Lawrence joined Watsi on May 14th, 2019. 16 other people also joined Watsi on that day! Lawrence's most recent donation supported Dane, a 3-year-old from Cambodia, to fund spinal surgery.
Lawrence has funded healthcare for 13 patients in 7 countries.
Lawrence has funded healthcare for 13 patients in 7 countries.
Dane is the youngest child of her family, and her parents are rice farmers. Since she cannot spend much time outside, she enjoys painting, watching movies on TV, and listening to the stories her brothers read to her from their books. When she was born, Dane had scoliosis that is causing her spine to curve, affecting her ability to walk normally. Though she does not feel pain, she has difficulty moving around the house by herself, and she requires extra care from her family, who must also spend a lot of time working on their farm. Her mother is also worried about her confidence and independence as she gets older. After getting a recommendation from a neighbor, Dane's parents brought her directly to Watsi's Partner Children's Surgical Centre to get treatment. Doctors will perform spinal surgery to correct the curve of Dane's spine, allowing it to develop normally. After recovery, she will have increased mobility and normal posture. Her mother said, "I worried about my daughter's spine since she was born, but I know that when she gets surgery, her back will be stronger and she will be more confident."
Nay is an eight-year-old boy from Thailand. He lives with his parents and two older sister in in a village in Tak Province. Nay’s mother and his eldest sister work at a sock factory. They receive food and accommodation in addition to a combined monthly income of around 7,000 baht (approx. $234 USD) per month. Nay and his other older sister are students at one of the migrant learning centers in their area, while his father is homemaker. This morning at around 11:00 am, Nay had finished writing his exam at school and was ready to go home. When he saw the school car that had come to bring the students back to their homes, he and some of the other students became excited about going back home. They rushed into the car before the car had come to a full stop. In the chaos, Nay fell out of the car and cried out that his leg is hurt. His teacher ran to help him up, but Nay told the teacher that he could not stand up and that his right leg was in pain. His teacher then arranged for a car to take him to Mae Tao Clinic (MTC), where upon arrival the medic examined his leg and informed his teacher that Nay had broken his right femur. The medic also told the teacher that he would need to receive surgery at Mae Sot Hospital (MSH) to help his leg heal properly. Currently, Nay is in pain and he cannot move or lift his right leg. He can only lay down and complains that his leg is in pain. With the help of our medical partner, Burma Children Medical Fund, Nay will undergo surgery to reset his fractured bones and ensure proper healing. The procedure is scheduled for March 3rd and will cost $1,500. He will be able to move his leg and walk again after surgery. He will also no longer be in pain.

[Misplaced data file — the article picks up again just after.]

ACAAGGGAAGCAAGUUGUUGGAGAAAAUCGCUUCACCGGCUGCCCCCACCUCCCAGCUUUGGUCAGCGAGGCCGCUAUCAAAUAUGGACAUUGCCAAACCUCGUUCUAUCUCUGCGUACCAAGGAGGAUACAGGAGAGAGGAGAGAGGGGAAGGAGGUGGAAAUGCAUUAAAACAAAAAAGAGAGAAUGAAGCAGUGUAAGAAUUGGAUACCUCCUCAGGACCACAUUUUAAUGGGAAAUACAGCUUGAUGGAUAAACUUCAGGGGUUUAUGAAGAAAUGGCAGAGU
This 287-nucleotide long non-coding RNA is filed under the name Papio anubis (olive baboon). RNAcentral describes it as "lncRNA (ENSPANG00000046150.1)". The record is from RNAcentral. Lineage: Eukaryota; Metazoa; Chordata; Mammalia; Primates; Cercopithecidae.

Oliva is a baby from Tanzania and is the first born child in her small family. Since Olivia’s mother is a stay-at-home mother and her father is a subsistence farmer, they are not able to afford Oliva’s needed treatment. Oliva has been diagnosed with hydrocephalus, a condition in which excess cerebrospinal fluid accumulates in the brain and increases intracranial pressure. As a result of her condition, Oliva has been experiencing vomiting and irritability. Without treatment, Oliva will experience severe physical and developmental delays. Our medical partner, African Mission Healthcare Foundation, is requesting $1,238 to cover the cost of surgery for Oliva that will treat her hydrocephalus. The procedure is scheduled to take place on March 11th and will drain the excess fluid from Oliva's brain. This will reduce intracranial pressure and greatly improve her quality of life. With proper treatment, Oliva will hopefully develop into a strong, healthy young girl. Oliva’s mother says, “After my daughter had her VPS shunt placed earlier she got better but due to her shunt having failed her head is increasing and she is having fevers and vomiting a lot. Please help my daughter."